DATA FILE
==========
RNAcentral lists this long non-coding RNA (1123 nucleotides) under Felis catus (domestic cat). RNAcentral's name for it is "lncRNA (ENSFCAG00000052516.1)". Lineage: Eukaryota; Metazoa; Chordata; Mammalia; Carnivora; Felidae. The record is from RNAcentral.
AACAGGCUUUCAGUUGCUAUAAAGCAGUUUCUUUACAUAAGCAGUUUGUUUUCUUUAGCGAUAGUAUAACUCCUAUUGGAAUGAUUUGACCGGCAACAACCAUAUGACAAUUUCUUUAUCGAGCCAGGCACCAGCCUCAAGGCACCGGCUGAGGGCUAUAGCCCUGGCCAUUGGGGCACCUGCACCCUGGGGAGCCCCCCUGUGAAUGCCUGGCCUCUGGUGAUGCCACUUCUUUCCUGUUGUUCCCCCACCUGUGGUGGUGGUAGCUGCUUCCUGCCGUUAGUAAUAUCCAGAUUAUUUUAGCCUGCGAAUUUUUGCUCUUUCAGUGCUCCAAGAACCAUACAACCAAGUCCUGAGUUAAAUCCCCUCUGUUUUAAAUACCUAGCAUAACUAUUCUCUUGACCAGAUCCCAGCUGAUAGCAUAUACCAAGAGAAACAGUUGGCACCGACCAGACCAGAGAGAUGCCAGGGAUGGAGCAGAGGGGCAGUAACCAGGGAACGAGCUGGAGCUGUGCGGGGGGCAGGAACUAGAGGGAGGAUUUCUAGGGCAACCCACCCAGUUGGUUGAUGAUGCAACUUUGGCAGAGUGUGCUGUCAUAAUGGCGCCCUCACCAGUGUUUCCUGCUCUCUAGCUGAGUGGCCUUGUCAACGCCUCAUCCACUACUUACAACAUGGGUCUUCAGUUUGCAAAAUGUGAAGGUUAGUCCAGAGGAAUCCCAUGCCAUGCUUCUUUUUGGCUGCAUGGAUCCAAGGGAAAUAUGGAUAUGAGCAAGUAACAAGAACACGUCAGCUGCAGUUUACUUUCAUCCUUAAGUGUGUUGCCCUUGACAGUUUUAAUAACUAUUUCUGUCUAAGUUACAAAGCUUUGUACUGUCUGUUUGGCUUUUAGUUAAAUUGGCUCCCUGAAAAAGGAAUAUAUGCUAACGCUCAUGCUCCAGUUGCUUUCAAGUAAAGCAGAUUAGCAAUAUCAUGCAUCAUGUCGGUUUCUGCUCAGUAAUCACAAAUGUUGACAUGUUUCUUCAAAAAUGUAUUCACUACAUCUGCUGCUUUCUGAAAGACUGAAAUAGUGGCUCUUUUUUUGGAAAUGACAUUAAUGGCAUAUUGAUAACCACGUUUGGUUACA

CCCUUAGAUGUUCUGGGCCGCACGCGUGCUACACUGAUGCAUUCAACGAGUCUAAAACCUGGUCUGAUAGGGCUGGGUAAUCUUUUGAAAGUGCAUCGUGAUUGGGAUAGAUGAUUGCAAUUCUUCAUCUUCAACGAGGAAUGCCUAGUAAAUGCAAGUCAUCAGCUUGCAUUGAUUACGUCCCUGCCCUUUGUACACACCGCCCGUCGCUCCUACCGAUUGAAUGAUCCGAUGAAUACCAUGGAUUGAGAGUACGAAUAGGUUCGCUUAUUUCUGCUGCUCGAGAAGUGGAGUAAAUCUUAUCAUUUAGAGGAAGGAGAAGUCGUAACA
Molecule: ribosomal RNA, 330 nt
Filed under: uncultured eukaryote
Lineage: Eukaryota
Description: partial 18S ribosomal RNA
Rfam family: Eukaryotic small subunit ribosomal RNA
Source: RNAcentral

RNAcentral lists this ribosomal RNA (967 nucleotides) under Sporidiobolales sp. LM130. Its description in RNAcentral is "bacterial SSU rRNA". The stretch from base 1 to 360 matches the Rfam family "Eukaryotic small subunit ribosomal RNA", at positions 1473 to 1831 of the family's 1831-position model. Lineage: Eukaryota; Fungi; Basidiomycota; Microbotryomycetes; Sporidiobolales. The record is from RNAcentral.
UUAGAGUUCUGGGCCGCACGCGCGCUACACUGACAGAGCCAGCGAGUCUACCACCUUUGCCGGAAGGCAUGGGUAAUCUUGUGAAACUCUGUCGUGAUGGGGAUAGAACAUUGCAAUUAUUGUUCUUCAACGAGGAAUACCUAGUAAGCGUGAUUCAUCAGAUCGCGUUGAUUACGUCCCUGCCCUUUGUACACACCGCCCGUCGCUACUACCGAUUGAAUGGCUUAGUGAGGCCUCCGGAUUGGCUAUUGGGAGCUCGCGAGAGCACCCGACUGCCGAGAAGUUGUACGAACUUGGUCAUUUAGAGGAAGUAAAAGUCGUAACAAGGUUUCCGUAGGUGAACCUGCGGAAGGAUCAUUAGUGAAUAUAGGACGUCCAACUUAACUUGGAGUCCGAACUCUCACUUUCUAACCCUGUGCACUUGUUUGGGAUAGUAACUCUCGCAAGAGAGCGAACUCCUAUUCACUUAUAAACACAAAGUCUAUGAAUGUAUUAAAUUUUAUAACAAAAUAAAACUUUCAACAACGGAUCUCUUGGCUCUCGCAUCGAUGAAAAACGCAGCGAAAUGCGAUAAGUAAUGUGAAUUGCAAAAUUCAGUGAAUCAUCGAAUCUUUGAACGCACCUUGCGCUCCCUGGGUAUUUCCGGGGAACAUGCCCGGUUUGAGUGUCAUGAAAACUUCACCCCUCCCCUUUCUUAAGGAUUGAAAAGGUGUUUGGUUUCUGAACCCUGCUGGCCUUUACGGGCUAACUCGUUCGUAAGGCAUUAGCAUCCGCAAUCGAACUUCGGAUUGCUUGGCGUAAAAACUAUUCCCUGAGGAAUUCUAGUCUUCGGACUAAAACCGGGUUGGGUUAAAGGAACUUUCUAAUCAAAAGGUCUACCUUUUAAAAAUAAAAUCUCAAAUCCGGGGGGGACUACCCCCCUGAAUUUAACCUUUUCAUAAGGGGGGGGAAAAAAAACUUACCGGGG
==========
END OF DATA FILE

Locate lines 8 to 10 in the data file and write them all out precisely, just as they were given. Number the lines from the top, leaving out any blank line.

Rfam family: Eukaryotic small subunit ribosomal RNA
Source: RNAcentral

RNAcentral lists this ribosomal RNA (967 nucleotides) under Sporidiobolales sp. LM130. Its description in RNAcentral is "bacterial SSU rRNA". The stretch from base 1 to 360 matches the Rfam family "Eukaryotic small subunit ribosomal RNA", at positions 1473 to 1831 of the family's 1831-position model. Lineage: Eukaryota; Fungi; Basidiomycota; Microbotryomycetes; Sporidiobolales. The record is from RNAcentral.